Principal’s Round-up – 18th March 2016
The Tyre Fires of Tavistock wonderful winning efforts have eclipsed many of our achievements this fortnight. It was a superb outcome for the team of Year 12 students: Ellesse Blackmore, Phoebe Sanders, Lauren Abel, Lauren Crick, Sophie Horn, Alice Kodritsch and Patrick Ahern and well deserved; even the Duke of York was re-tweeting his congratulations. The team actually won two awards in the Peter Jones Tycoon in Schools competition at the final held at Buckingham Palace this week. They were the KS5 winning team and the overall winners. You can read all about it in the papers locally. One of the proudest aspects for me in this process was the way the students conducted themselves throughout the competition, and the care that they showed for each other and their fellow competitors. Plus their generous donation of £600 to support a student in Year 13 whose life was enhanced by their kind gesture. A true measure of students understanding of co-operation in the truest sense of the word.
Of course we have also been celebrating the successes seen in other areas too. The MFL Faculty prepared students well for a Languages speaking competition in Barnstaple last week, and, again we saw students supporting each other in ways that are not typical of other schools. Katie Gray stood in for a student who temporarily lost his nerve, and Darcy Brown persuaded him to regain his confidence to then compete. Well done to Tom Whitting who did complete this speech. And especially well done to Amy Eaton who won the competition in her age group for her speech in Japanese.
Sport goes from strength to strength, and the newly formed mixed hockey team are performing well against local schools. This is a team that was set up in response to a student voice group and who were keen to take more ownership over their competitive sport. The Sports Relief events were fantastic. Well done to Ross Corkell and the team for all their hard work.
On an international note, we welcome Kanto Daiichi Senior High School from Edogawa ward in Tokyo and students for the whole of next week. This is part of the Japanese exchange, and follows the successful visit of our students to Japan last November. The Year 10 Japanese group have been given permission to wear their Japanese jumpers next week while we host our visitors. After Easter we have schools and teachers visiting from Lithuania, France and Sweden and will be up to all sorts of antics in the swimming pool – See Tristan if you need an explanation!
I continue to receive words of praise for you all from parents. One really successful event was the parent forum evening which was led by Alex Thomas and Elton Lane. It was a successful evening and I really appreciate the extra work that staff put in to building parent voice as well as student voice. The impact of work here is quite transformational and I look forward to the next event.
This week I have been completing the teaching and learning reviews with Barbara. We have much to celebrate from the work we have seen. The concept of performance being linked to teams rather than individuals is accelerating the level of collaborative responsibility and support. Much progress has been made with marking and feedback, and where there are weaker practices, these are being identified more readily and colleagues are taking the lead in professional development. There are some articles in this week’s edition that may be of help in understanding the key elements of teaching and learning that make a difference to students’ progress and learning. The main push to improve engagement, participation and the rate at which students learn will now come from paying more attention at developing independence in carefully crafted pedagogical practices. This undoubtedly will form part of the professional development programme next year, and the college improvement plan.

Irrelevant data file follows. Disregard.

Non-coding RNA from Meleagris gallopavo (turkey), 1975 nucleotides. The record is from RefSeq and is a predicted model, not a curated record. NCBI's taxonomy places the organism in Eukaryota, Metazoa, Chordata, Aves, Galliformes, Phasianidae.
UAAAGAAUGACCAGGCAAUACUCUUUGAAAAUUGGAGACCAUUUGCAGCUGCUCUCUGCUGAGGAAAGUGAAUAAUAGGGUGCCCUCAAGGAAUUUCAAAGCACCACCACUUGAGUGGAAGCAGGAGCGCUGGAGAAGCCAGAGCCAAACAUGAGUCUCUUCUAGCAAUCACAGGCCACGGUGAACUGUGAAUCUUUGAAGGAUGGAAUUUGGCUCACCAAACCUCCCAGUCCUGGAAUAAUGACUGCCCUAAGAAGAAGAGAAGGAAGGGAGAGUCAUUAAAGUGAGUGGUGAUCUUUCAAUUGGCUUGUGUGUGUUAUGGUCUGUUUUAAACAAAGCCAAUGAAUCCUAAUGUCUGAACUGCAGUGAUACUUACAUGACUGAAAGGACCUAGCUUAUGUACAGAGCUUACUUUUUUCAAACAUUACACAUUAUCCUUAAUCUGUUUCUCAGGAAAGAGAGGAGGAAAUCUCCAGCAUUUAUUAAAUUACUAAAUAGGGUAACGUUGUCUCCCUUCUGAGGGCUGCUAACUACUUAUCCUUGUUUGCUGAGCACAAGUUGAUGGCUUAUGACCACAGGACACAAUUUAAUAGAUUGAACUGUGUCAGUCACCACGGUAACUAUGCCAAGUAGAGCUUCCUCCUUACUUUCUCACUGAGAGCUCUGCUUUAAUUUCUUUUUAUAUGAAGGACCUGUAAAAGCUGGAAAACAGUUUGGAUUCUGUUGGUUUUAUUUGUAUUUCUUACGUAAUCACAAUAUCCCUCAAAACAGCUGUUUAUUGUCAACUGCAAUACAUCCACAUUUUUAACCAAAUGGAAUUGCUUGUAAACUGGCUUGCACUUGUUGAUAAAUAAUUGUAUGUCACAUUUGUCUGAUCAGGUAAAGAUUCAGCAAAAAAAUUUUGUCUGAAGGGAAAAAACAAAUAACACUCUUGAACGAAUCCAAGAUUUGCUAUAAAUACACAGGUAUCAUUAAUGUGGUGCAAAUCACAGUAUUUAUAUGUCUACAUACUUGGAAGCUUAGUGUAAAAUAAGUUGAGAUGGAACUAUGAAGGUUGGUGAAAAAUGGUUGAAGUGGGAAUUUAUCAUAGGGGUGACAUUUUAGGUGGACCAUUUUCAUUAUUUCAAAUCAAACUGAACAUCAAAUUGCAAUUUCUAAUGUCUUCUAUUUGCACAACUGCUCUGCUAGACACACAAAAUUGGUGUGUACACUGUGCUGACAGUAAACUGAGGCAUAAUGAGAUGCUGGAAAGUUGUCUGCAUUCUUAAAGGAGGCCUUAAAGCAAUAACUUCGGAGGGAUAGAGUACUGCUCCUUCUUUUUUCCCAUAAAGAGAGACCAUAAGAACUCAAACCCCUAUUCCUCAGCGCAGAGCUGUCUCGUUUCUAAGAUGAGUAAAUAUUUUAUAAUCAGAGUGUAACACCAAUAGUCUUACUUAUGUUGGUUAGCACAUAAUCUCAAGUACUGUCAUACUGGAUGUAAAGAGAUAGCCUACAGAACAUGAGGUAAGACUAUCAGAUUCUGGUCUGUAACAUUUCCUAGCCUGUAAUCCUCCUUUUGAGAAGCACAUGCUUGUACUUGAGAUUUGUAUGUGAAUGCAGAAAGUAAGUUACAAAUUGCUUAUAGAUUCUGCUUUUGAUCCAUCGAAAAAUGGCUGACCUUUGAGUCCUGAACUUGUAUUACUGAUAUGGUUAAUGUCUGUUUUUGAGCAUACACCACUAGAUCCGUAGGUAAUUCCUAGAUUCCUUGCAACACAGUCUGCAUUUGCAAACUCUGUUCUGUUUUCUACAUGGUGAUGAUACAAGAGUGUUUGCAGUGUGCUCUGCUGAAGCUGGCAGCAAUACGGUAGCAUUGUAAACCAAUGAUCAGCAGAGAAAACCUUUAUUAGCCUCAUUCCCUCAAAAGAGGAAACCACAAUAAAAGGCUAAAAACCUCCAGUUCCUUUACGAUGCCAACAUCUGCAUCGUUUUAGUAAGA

Finally, we say a fond farewell to our trainees that leave Tavistock College this week : Emily Barron, Connor Heelan and Sam Wilson. They have all made an impact on their faculties, and we wish them well in their next placement and for the future.
Have a lovely weekend
Principal’s Round-up – 4th March 2016
I have said in briefing many times that I receive positive comments and feedback from parents and governors about you all, but this fortnight I have been overwhelmed. Not all of them are appropriate for the Fortnightly Focus because they contain some personal information. It is so lovely for me to know, and to be able to pass on to you, how much you are all valued. In conducting, with Barbara, the second Teaching and Learning Review of the year so far, I am also delighted to see so many of the improvement ideas we discussed last time being implemented. Short marking and the use of targeted questions, rather than WWW and EBI, are really taking off in Faculties like English and Humanities, and I am sure this is the case in other areas too. Most students are getting a really good deal, and we should celebrate these good times. The challenging times are on the horizon. With the soon-to-be-published White Paper we will find out just what a ‘coasting school’ will be defined as, and what the consequences will be for schools that end up with this label. Whatever this is, we know the judgements will be applied retrospectively and all we can do is continue to work really hard on improving in incremental steps the quality of teaching and learning, with the support around the edges, to ensure we make progress. I know we can do it.
Some successes this fortnight: Our Intermediate Youth Speaks team have won through to the Southern Final. This is one step before the National Final, so it is a massive achievement for these students. They were the youngest at the District Final last Saturday and delivered a strong message about ‘power from the primary’ with humour. The team is made up of Reuben Thomas (main Speaker), Max Jordan (chairperson) and Adam Hutchin (proposer of the vote of thanks). Adam also won a special award for being the best in his category. The southern final is in Cheddar on March 19th and we all wish them well. U18 football team beat Mount Kelly in the latest round of our on-going competition. We are 1-1 currently, with Kelly leading in rugby, and Tavistock in football. It all rests on the netball now on 14th March. Any support will be welcome. And well done to the girls Y9 football team who are through to the Devon final.